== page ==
3. Sophie Scholl: German Dissident

Photo by RyanHulin/Wikimedia Commons.

It's comforting to think that, if you or I lived in Nazi Germany, we'd have the guts to march right into Hitler Headquarters and slap Hitler in the face personally. In reality, however, we'd most likely be the guy 19 rows deep in the parade, frantically waving our tiny swastika flag, thinking, "Please don't look at me, pleasedontlookatme, pleasedontlookatme pleasepleaseplease." (I'm 95% sure I'd be that guy — maybe you wouldn't be!)

Sophie Scholl wasn't here for that.

Disgusted by the rumors of mass slaughter on the Eastern Front and the deaths of an ever-growing number of her countrymen, Sophie — only 21 at the time — her brother Hans, and their friend Christoph Probst began distributing leaflets at the University of Munich denouncing the Nazis and calling for resistance among the German people. Their flyers eventually spread around Germany to the University of Hamburg and beyond, and into one of the few genuine flare-ups of internal political resistance against Hitler during the war.

Unfortunately, the Nazis, as you may have heard, were known for being a tad tough on dissent.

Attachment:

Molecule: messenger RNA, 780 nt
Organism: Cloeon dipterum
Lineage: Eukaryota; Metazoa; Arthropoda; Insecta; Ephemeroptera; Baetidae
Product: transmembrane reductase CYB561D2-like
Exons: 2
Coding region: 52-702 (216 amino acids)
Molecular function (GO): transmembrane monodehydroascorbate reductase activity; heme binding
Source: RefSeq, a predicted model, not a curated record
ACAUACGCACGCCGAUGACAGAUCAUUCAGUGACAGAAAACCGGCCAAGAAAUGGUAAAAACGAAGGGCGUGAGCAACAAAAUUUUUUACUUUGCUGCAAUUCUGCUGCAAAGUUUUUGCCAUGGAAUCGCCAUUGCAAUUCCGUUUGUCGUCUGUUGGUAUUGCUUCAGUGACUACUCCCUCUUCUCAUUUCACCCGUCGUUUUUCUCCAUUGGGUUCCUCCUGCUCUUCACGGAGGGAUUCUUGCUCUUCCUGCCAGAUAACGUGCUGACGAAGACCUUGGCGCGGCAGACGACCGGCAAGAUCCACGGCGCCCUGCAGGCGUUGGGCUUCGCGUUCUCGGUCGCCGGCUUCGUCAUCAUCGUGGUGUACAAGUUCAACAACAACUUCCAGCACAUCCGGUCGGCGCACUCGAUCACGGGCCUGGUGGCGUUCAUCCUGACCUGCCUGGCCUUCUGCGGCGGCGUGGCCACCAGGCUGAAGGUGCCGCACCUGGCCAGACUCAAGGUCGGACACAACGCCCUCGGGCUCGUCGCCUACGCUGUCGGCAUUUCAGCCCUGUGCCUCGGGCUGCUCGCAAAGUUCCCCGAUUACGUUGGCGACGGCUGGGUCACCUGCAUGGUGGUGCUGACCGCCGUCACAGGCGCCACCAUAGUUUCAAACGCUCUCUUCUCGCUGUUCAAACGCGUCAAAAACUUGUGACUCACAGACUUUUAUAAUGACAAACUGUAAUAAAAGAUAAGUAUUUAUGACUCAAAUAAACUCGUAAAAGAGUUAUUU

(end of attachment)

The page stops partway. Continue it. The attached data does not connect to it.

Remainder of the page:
Sophie, Hans, and Probst were eventually captured by the Gestapo, tried, and executed for treason. Her last words were: "What does my death matter, if through us thousands of people are awakened and stirred to action?"

You can totally be excused for crying. I know — I hate it when I get something in my eye too.

4. Susan Travers: French Foreign Legion Soldier

Photo by Levin01/Wikimedia Commons.

As an ambulance driver and the only woman in the French Foreign Legion, Travers was stationed at the Free French fort Bir Hakeim in Libya when it was surrounded by German troops (she refused to leave, even when the other female staff were evacuated). Travers and the soldiers inside bravely held out for 15 days — until their supplies ran out and it became clear that no help was coming.

That's when Travers hopped in her truck, presumably put on her finest Arnold Schwarzenegger voice (unclear how she knew to do this, as this was five years before Schwarzenegger was even born — but lady knew what was up), and said, "Come with me if you want to live."

The squad launched a daring nighttime escape with Travers at the wheel of the lead vehicle. Her truck took 11 bullets, but she ultimately made it to Allied lines and helped save the lives of 2,500 Free French soldiers in the process.

It is rumored that Susan Travers never secreted a single drop of sweat at any point in the next 71 years. She was just. that. badass.

5. Faye Schulman: Partisan Fighter

Photo by Faye Schulman, via Jewish Partisan Educational Foundation, used with permission.

After her whole family was massacred by the Nazis in the Lenin ghetto in Poland, Faye Schulman fled into the nearby woods, where she joined a group of resistance fighters. A skilled photographer, Schulman participated in a daring raid to rescue her photography equipment and proceeded to take a series of incredible photographs that captured the rarely seen daily lives of partisan fighters during the war.